"Why are people still moving here?" Martin Shields, a regional economist at Colorado State University, is one of the analysts across the Front Range attempting to answer that question, as the state's unemployment rate continues to hover above the national average. Various theories exist and likely all contribute to the reasons Colorado's net migration has stayed positive (that is, more people have remained in the state than have left) during even the hardest-hit years of the Great Recession (Denver Post).
At the same time, net jobs over the past decade have been scarce, although there has been an uptick of 196,000 in self-employment. "Think if a fraction of these folks can take their business to the next level and hire one worker. We'd be able to overcome those 130,000 jobs lost in the last two years," says Patricia Silverstein, an economist with Development Research Partners.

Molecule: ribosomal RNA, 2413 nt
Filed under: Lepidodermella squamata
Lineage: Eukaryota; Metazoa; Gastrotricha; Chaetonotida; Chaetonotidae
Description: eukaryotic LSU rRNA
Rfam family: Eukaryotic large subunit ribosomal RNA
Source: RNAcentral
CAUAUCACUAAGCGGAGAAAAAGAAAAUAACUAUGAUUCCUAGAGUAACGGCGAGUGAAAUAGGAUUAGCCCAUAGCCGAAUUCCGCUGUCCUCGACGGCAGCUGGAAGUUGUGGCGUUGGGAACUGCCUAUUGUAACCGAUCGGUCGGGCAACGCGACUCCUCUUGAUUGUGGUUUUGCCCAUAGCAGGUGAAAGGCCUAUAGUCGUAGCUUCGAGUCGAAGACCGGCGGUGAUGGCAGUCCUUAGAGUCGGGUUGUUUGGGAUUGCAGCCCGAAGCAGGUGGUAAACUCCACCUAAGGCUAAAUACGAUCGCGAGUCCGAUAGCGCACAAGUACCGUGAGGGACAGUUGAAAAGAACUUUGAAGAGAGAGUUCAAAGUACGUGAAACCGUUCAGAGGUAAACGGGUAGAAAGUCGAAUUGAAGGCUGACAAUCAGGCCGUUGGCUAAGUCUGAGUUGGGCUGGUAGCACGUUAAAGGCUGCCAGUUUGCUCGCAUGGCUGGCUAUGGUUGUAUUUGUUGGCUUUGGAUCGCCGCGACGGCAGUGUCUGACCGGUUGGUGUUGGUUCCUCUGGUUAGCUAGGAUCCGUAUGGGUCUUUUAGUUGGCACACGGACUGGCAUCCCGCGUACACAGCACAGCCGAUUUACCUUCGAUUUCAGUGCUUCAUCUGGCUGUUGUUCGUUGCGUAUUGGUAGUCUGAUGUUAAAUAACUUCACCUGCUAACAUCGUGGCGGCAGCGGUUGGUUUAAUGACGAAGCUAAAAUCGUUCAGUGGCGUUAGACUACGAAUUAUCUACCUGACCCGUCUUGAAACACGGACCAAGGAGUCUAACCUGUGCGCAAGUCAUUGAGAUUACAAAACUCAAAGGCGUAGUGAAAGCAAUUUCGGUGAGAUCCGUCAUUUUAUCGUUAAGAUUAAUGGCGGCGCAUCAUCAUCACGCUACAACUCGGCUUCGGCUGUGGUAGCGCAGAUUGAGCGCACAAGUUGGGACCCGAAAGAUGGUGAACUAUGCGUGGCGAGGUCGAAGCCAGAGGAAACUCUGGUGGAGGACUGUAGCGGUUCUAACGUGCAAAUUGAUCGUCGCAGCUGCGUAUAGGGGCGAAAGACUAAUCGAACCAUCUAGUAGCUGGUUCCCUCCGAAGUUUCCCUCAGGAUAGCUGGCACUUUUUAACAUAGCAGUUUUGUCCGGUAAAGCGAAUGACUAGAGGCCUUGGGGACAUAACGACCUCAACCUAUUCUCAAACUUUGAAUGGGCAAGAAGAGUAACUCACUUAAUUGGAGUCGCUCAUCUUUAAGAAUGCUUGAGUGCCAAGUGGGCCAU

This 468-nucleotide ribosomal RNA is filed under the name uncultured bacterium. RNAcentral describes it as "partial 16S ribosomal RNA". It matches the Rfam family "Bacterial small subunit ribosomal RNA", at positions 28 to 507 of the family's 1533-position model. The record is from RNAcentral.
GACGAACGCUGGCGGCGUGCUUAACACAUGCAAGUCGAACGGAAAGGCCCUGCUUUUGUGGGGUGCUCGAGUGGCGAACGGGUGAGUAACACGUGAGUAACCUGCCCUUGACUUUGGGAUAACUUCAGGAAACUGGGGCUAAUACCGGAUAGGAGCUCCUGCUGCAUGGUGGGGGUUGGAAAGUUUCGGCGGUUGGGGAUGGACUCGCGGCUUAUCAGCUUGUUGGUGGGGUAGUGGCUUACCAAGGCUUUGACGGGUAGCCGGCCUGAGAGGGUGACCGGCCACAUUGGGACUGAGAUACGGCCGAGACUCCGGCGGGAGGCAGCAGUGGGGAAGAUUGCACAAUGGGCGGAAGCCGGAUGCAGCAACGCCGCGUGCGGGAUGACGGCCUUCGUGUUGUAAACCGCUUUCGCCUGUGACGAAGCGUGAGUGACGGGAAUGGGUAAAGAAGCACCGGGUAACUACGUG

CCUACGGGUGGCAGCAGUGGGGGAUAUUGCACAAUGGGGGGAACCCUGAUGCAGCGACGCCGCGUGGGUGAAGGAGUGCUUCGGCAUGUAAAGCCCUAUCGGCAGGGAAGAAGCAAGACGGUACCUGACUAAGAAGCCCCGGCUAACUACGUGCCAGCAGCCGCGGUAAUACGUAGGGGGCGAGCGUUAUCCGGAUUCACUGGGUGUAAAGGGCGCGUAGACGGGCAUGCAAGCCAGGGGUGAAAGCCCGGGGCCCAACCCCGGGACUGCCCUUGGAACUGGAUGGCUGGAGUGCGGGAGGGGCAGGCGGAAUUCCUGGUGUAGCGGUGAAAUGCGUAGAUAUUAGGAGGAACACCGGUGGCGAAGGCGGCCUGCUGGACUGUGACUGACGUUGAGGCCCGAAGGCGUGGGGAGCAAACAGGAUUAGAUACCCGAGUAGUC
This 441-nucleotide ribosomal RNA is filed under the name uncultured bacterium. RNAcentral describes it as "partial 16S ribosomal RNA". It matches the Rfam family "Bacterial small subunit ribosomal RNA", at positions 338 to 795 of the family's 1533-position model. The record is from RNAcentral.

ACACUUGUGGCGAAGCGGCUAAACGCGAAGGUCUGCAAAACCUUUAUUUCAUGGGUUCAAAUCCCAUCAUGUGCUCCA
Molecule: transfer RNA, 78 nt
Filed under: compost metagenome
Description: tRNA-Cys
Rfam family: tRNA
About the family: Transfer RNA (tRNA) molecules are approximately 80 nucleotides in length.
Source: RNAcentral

Of Colorado's immigrants, about 180,000 are undocumented, according to two recent studies that review the economic impact of those in the country illegally. Overall, the Bell Policy Center finds, undocumented workers contribute more in taxes each year than the population costs the state in services (Colorado Independent).
Colorado coal mining sits at a crossroads.
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